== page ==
The Courier-Mail

PLEASE GIVE US A BOSS: JUDGES

Two months on, top legal job still vacant

- MATTHEW KILLORAN

QUEENSLAND’S legal fraternity is increasing­ly concerned the Government is taking too long to appoint the state’s new chief justice.

Three judges have emerged as the top contenders for the job – Supreme Court Justices Catherine Holmes, David Jackson and Margaret McMurdo.

But the extended consultati­on has led to fears the Government is struggling to decide as it is worried about making a “controvers­ial” choice.

As Court of Appeal president, Justice McMurdo is the state’s highest ranking judge while the position of Supreme Court chief justice remains vacant. But she was at the centre of the judiciary’s public rejection of the former Newman government’s appointmen­t to the job of Tim Carmody, who quit after less than a year in the role on July 1.

Justice Jackson, meanwhile, is recognised as having one of the court’s top legal minds, but is considered to have too conservati­ve a background to be a Labor appointmen­t.

Attorney-General Yvette D’Ath is understood to have completed her consultati­on with the bench and other legal bodies, and said she remained committed to filling “this crucial position as quickly as possible”.

She declined to discuss the process or timing yesterday – only saying she was consulting widely.

Ian Walker, the Opposition’s justice spokesman, said it had been two months since Justice Carmody resigned and he had clearly flagged the potential for some months prior to that.

“It’s reasonable to take time to ensure proper consultati­on ... but people are reasonably asking what is the delay.”

JUSTICES Catherine Holmes and Margaret McMurdo are among the top contenders for chief justice as the top legal job remains vacant two months after controvers­ial Tim Carmody’s resignatio­n.

Since Justice Carmody stepped down, the State Government’s consultati­on with the bench and other bodies are understood to have ended, but the length of time to pick a replacemen­t has started to raise eyebrows.

Newman government appointee Justice David Jackson is considered in legal circles and among the judiciary as one of the top minds in the court, but could be overlooked due to a perceived conservati­ve background.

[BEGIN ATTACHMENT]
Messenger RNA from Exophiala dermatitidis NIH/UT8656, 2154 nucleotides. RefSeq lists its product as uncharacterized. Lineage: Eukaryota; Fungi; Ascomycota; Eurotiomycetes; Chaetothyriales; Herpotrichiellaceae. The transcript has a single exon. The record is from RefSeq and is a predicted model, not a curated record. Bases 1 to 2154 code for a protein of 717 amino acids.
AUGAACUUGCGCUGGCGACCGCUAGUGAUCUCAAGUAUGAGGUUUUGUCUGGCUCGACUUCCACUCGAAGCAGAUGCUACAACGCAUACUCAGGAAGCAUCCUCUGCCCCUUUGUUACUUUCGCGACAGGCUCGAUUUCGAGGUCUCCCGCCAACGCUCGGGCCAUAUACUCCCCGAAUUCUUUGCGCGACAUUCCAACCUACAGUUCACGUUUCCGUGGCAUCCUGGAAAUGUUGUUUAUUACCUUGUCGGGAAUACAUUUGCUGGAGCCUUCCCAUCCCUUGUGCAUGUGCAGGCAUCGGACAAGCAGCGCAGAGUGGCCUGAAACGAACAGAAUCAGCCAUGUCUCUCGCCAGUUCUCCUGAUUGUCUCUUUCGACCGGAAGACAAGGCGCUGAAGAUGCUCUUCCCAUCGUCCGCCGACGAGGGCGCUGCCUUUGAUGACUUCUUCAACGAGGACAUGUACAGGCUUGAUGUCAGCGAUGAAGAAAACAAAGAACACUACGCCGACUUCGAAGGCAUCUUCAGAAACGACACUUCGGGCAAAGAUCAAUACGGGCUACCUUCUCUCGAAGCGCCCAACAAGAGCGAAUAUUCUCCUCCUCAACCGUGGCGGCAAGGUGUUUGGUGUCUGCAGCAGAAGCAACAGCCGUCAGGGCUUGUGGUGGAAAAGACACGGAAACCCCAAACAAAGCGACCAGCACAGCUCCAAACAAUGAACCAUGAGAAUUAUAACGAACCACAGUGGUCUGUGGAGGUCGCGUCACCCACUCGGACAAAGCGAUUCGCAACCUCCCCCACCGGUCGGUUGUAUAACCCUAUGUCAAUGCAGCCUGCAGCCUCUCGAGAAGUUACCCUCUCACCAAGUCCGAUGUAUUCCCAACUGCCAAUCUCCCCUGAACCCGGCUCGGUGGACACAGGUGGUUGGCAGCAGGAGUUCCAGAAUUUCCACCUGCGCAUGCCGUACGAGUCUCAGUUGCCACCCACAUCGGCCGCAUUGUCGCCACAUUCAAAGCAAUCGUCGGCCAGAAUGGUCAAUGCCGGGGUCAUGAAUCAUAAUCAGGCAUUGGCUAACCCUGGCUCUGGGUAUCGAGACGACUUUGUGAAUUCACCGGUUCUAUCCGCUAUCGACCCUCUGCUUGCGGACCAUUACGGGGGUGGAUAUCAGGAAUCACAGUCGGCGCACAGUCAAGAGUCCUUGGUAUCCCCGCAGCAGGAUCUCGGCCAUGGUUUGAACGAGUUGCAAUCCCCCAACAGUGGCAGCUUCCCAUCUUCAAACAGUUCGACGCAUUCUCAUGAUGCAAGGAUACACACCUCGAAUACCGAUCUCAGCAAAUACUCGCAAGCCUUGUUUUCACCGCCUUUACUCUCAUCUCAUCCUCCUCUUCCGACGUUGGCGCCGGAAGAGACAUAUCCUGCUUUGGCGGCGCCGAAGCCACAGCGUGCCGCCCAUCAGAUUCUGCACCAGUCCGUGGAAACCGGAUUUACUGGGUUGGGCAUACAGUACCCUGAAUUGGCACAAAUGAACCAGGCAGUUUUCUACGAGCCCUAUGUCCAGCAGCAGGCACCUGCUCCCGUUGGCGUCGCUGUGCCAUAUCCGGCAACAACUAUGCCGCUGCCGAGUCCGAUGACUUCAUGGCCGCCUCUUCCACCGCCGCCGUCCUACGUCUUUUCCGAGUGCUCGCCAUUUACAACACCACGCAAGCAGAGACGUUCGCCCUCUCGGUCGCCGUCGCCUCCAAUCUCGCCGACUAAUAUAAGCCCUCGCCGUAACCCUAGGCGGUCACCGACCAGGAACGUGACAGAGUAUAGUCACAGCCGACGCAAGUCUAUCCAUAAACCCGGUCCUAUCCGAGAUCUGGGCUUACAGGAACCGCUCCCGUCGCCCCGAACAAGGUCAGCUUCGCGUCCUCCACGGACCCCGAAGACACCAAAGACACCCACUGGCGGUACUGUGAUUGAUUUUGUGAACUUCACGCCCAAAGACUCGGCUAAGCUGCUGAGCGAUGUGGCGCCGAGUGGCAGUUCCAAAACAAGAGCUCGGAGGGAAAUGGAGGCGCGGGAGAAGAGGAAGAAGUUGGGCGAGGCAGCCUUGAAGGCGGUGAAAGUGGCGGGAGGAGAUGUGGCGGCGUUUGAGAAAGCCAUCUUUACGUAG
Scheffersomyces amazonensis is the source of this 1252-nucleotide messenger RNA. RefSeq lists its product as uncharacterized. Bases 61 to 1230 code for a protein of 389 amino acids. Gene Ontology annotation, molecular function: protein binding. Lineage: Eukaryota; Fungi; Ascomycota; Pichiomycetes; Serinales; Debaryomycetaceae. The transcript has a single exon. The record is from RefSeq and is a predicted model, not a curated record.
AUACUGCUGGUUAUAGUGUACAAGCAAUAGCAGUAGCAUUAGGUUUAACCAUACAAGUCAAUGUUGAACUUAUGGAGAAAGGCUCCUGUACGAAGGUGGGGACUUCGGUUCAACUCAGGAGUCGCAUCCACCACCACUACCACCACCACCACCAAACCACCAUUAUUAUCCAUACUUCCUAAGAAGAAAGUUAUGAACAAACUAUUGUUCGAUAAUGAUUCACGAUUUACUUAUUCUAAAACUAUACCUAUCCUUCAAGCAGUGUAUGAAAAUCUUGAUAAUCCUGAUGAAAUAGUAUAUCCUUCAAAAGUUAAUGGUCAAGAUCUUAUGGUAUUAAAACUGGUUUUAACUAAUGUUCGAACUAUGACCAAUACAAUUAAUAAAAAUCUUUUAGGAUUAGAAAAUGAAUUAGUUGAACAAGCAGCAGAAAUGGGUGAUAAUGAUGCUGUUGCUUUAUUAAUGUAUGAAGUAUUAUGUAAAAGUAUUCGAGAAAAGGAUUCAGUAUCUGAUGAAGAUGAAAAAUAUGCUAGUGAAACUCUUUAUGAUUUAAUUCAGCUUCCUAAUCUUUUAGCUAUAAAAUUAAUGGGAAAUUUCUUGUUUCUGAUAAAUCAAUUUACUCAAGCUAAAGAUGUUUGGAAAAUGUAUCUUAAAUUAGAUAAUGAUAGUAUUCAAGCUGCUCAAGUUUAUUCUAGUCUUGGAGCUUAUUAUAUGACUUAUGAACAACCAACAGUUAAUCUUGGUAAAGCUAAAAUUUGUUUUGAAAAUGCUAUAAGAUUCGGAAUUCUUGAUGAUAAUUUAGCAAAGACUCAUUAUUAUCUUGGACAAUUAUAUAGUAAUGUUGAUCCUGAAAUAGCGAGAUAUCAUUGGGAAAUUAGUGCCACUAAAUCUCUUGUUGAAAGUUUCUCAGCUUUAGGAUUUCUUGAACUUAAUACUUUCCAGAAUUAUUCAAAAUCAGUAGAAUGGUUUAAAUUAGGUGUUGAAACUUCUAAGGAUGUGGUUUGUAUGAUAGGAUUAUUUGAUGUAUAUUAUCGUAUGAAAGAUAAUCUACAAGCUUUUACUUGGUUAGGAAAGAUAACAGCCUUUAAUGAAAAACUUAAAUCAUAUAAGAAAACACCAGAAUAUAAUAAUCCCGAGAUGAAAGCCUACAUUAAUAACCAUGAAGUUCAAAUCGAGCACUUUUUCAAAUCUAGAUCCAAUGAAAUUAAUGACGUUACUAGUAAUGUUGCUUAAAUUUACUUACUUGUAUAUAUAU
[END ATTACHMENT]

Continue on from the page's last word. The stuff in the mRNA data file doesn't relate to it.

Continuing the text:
A decision is expected to be made shortly.

The extended consultati­on has led to fears the Government is dragging its heels trying to avoid making a “controvers­ial” choice.

Justice Carmody stepped down from the chief justice role on July 1, following months of unrest within the courts over his appointmen­t, but has remained a Supreme Court judge as the Queensland Civil and Administra­tive Tribunal president.

Justice McMurdo is considered among the top contenders, though it is understood the Government would be nervous about appointing her.

Despite her high standing within the judiciary and keen legal mind, there could be public concern around the way she was linked to the Carmody fiasco.

Justice Holmes is said by several people within legal circles to be the frontrunne­r.

As well as having extensive experience and capability, her appointmen­t would address a perceived gender imbalance within the courts, while she also has a working class background.

She also was on the bench for the Gerard Baden-Clay appeal, and not Court of Appeal President Margaret McMurdo, which was one of the highest profile cases in the state.

Both Justices McMurdo and Holmes have filled the role of acting Governor recently, while Governor Paul de Jersey is in South Korea on official business.

Justice McMurdo will remain acting Governor until Mr de Jersey returns tomorrow.

Justice Jackson, as well as

having the respect of the legal fraternity, was “unanimousl­y” put forward by Court of Appeal judges as a suitable appointee to the appeal court.

One senior legal source said: “If you’re going to appoint on merit alone, you would choose David Jackson, but these things are never chosen on merit alone.”

Justices Hugh Fraser and Anthe Philippide­s were in the running, while Justice James Douglas, who has a strong family history in the judiciary, is considered a dark horse.

Attorney-General Yvette D’Ath kept close counsel on the subject and would not discuss the process or timing yesterday, only stating that she was consulting widely.

“Unlike the former LNP government, I will not divulge details of conversati­ons I’m having in order to make my decision and to fill this crucial position as quickly as possible,” Ms D’Ath said.

Opposition justice spokesman Ian Walker said it had been two months since the chief justice resigned and he had clearly flagged the poten- tial for some months prior. “This isn’t a decision that would have taken them by surprise,” Mr Walker said.

“It’s reasonable to take time to ensure proper consultati­on ... but people are reasonably asking what is the delay.”

If you’re going to appoint on merit alone, you would choose David Jackson, but these things are never chosen on merit alone.

A SENIOR LEGAL SOURCE

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 ??  ?? ALL RISE: Justices Margaret McMurdo (left) and Catherine Holmes (right) are tipped for the chief justice position.
Justice David Jackson
Justice Anthe Philippide­s
Justice James Douglas
ALL RISE: Justices Margaret McMurdo (left) and Catherine Holmes (right) are tipped for the chief justice position. Justice David Jackson Justice Anthe Philippide­s Justice James Douglas

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